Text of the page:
Independents On A Roll In Gila County

Registration totals show surge of Independents and Republicans gain and Democrats dwindle

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Each year, Gila County gets a little more Republican and a lot more Independent, according to the latest voter registration figures.

On the other hand, the number of registered Democrats continues to dwindle.

The number of registered Independents (“other”) in the county went from 7,041 in 2010 to 8,138 in June of 2010. That’s a 16 percent increase — at a time when the county’s overall population probably declined.

The Republican registration went from 11,143 to 11,785 — a roughly 6 percent increase.

The Democratic registration went from 11,800 to 11,319 — a decrease of about 4 percent.

The handful of folks registered with the Green Party increased slightly to 27 and the number of people registered as Libertarians went from 152 to 158 in the two years since the last election.

As a result, the two major parties remain in a virtual dead heat when it comes to registration, giving the Independents the role as election tiebreakers.

However, generally Republicans enjoy a pronounced advantage in northern Gila County, with many retirees and few minority voters.

On the other hand, Democrats enjoy an equally decisive advantage in southern Gila County, with its mix of Hispanic, Apache Reservation and working class people from the mining districts — all a potent source of Democratic strength.

That helps account for the dismemberment of Gila County in the most recent round of redistricting.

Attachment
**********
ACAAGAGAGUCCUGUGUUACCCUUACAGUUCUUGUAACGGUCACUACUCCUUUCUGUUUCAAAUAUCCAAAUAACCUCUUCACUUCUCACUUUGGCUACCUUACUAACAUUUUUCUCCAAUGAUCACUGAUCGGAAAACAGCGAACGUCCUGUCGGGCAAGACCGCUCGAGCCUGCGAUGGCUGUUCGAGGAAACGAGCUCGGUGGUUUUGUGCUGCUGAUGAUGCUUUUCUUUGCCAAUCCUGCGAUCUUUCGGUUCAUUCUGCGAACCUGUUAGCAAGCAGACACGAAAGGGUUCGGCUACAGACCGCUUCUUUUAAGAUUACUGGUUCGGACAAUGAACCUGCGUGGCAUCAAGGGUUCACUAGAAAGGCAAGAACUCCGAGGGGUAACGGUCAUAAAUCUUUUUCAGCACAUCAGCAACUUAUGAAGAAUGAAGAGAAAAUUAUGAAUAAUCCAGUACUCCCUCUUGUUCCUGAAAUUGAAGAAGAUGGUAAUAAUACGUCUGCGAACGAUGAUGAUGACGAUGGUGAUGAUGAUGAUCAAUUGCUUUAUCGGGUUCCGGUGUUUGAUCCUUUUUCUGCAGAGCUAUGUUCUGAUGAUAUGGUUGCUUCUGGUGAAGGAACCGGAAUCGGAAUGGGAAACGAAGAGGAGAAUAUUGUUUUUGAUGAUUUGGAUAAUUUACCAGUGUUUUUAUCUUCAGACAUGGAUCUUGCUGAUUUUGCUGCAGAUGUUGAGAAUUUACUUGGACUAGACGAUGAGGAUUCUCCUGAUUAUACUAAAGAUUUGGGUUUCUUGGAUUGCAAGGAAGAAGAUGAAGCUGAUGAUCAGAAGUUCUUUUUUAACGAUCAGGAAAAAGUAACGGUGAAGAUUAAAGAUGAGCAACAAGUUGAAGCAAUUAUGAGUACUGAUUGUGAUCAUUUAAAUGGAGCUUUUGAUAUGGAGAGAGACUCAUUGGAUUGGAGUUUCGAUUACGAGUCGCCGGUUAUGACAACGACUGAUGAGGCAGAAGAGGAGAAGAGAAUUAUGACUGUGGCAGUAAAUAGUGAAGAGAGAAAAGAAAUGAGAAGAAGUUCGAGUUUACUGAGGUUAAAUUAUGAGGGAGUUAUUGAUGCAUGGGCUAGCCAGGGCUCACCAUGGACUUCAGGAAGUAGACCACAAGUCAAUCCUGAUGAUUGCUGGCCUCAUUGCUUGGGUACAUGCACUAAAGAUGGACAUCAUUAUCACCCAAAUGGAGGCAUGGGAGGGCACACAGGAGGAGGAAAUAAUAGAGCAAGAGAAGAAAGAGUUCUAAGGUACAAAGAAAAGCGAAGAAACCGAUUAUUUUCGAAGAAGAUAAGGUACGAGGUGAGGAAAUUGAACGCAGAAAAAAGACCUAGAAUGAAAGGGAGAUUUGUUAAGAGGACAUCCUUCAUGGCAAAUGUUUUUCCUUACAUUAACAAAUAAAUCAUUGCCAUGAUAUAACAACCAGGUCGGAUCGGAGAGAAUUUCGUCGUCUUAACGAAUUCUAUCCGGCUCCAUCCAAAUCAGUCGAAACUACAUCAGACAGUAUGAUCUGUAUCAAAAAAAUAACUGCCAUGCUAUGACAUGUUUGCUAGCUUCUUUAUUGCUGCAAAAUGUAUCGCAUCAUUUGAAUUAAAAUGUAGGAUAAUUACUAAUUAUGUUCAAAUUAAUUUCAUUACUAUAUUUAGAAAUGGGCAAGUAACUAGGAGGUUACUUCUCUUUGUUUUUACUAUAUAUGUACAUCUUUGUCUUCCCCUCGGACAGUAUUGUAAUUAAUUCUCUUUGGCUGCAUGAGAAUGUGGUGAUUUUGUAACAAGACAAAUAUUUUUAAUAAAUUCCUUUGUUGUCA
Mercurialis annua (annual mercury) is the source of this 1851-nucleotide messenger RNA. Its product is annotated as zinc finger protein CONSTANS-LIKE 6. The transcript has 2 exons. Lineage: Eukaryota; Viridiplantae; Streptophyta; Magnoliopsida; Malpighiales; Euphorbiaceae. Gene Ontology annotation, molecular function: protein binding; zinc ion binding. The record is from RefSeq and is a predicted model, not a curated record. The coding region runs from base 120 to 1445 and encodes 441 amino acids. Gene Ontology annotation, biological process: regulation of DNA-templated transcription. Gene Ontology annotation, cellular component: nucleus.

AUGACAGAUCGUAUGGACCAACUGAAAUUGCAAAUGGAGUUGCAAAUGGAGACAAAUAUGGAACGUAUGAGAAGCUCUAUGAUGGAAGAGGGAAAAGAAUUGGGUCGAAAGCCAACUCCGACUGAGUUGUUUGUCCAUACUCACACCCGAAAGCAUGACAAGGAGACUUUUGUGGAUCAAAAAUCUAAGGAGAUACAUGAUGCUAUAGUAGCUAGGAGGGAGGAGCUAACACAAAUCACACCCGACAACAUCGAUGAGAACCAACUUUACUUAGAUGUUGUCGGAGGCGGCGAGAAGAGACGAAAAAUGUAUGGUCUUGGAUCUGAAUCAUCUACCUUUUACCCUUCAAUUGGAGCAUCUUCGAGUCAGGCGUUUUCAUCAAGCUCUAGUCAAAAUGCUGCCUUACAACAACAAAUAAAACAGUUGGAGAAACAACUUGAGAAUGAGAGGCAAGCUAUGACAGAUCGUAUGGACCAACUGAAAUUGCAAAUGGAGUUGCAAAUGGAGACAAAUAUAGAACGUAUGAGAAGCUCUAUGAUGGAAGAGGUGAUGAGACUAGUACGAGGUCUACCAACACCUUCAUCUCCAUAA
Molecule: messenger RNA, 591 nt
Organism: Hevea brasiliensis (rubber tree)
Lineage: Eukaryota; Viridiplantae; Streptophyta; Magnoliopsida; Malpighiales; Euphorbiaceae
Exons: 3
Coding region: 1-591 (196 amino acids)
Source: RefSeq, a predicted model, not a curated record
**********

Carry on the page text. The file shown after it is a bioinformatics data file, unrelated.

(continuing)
The map drawers split Gila County up in both the congressional district and the state legislative districts, in both cases largely as the result of federal election laws seeking to protect the clout and cohesion of minority communities. The presence of the large San Carlos Apache Reservation in southern Gila County proved decisive for the line-drawing efforts of the Independent Redistricting Commission.

When it came to the congressional district lines, northern Gila County ended up in District 4 dominated by the cities along the Colorado River, but also including Prescott and the Verde Valley. This created a safe Republican seat, where the primaries will usually decide the election.

However, southern Gila County remained in the old First Congressional District, which enabled the map drawers to create a sprawling district with a large Native American population — since it includes the Apache, Navajo and Hopi reservations. That’s now a virtual toss-up district in which Flagstaff remains the largest city.

The registration report shows an overwhelming Republican advantage in the Gila County portion of Congressional District 4, which consists entirely of northern Gila County. The numbers show 3,722 Democrats, 8,917 Republicans and 4,835 “other” — mostly Independents.

Contrast that to the Gila County portion of Congressional District 1, which includes most of south county. In that case, the numbers show 7,597 Democrats, 2,868 Republicans and 3,303 Independents.

When it comes to the legislative districts, Gila County got parceled out mostly between two districts. Northern Gila County ended up in a district that includes the Verde Valley and Flagstaff. The district leans Republican, but either party has a fighting chance. Southern Gila County ended up as the southern anchor for a district that goes north to the Colorado border and includes the whole northeastern corner of the state. It is also designed to unite the Apache, Navajo and Apache reservations.

The portions of northern Gila County included in that district include 3,787 Democrats, 9,008 Republicans and 4,889 Independents.

On the other hand, the southern Gila County territory included in state Legislative District 7 includes 2,258 Democrats, 219 Republicans and 935 Independents.

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